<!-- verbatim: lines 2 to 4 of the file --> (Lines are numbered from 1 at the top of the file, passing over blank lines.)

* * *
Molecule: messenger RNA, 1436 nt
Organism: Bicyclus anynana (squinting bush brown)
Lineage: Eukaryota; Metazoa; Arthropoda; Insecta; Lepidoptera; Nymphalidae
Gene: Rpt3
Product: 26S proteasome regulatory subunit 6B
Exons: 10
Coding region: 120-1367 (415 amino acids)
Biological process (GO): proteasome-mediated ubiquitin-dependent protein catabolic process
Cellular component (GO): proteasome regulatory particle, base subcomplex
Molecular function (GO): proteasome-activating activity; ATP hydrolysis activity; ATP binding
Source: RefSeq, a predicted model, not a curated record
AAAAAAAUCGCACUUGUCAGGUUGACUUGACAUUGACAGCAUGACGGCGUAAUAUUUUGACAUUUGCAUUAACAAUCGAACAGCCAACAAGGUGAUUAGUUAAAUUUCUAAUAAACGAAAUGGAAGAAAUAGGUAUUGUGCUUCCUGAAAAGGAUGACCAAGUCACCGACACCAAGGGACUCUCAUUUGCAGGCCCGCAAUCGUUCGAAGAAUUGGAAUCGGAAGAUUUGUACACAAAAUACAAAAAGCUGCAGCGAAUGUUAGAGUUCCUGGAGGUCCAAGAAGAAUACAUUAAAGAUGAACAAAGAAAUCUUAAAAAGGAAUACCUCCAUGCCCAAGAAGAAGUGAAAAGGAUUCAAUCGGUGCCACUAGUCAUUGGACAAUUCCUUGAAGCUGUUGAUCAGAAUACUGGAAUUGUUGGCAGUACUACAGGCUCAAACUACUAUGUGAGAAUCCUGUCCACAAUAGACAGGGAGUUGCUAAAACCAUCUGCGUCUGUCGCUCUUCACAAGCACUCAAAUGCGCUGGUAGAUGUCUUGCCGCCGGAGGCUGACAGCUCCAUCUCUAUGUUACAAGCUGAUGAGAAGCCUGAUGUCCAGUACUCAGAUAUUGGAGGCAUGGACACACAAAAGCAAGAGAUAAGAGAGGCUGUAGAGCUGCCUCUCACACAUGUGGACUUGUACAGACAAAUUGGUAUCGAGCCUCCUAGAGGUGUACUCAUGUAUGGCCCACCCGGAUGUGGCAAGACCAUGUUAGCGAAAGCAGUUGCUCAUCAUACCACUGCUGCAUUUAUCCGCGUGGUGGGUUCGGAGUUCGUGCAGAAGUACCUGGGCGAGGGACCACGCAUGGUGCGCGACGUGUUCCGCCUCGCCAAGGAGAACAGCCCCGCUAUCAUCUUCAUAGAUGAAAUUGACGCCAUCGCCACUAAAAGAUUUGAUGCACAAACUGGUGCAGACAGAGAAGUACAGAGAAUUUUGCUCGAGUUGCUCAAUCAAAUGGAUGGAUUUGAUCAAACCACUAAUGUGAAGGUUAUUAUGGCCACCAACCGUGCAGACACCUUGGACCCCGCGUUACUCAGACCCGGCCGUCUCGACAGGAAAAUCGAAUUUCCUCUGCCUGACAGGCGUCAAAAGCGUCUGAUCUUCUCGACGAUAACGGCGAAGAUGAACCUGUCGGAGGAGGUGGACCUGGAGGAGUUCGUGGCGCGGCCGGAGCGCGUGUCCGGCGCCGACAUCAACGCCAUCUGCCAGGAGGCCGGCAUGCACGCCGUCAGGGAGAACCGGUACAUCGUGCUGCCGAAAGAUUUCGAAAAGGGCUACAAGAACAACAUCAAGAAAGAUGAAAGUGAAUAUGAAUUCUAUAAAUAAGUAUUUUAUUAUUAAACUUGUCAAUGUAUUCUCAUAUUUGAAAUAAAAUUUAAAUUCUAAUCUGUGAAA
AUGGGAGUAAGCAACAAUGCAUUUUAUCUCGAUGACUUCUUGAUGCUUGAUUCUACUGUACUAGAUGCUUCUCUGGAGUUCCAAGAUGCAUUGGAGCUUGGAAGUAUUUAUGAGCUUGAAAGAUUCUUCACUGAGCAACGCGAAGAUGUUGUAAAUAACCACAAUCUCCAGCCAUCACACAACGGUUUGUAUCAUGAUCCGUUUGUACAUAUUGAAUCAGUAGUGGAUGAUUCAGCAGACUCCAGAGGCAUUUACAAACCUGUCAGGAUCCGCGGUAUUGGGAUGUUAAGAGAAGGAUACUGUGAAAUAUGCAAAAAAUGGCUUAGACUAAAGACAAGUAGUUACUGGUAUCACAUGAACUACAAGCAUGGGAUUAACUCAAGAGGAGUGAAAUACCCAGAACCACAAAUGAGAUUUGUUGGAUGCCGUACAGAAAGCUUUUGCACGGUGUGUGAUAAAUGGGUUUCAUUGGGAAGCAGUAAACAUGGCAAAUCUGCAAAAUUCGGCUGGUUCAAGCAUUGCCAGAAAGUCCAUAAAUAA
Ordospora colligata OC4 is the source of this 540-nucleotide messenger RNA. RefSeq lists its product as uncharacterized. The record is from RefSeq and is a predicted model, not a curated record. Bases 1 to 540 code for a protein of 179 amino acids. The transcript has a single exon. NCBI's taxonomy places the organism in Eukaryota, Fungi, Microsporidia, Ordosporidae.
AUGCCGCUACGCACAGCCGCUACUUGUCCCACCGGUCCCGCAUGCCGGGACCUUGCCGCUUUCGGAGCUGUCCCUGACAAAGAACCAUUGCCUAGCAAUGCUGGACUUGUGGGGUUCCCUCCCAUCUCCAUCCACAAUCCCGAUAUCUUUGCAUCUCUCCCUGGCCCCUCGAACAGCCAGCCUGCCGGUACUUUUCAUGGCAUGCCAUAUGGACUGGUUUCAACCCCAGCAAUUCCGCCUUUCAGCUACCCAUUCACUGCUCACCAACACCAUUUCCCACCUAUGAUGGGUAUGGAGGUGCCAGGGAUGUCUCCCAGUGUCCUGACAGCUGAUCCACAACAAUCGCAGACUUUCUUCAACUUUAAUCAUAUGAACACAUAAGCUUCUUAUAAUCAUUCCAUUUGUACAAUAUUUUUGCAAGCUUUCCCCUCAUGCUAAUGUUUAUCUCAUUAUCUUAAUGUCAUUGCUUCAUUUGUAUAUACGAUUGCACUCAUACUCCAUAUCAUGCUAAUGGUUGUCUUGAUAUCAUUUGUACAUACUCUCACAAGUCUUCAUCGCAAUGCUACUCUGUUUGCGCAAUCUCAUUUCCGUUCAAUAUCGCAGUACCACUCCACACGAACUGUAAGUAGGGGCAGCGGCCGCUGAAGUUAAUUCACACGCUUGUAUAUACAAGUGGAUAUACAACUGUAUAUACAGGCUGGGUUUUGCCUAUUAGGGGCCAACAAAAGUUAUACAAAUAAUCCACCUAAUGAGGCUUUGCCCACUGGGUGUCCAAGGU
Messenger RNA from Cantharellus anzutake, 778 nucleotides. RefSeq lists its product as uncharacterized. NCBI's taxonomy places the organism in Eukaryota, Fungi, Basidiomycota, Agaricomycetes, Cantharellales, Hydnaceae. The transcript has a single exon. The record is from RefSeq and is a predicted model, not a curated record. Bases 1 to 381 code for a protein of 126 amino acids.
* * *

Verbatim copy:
Organism: Bicyclus anynana (squinting bush brown)
Lineage: Eukaryota; Metazoa; Arthropoda; Insecta; Lepidoptera; Nymphalidae
Gene: Rpt3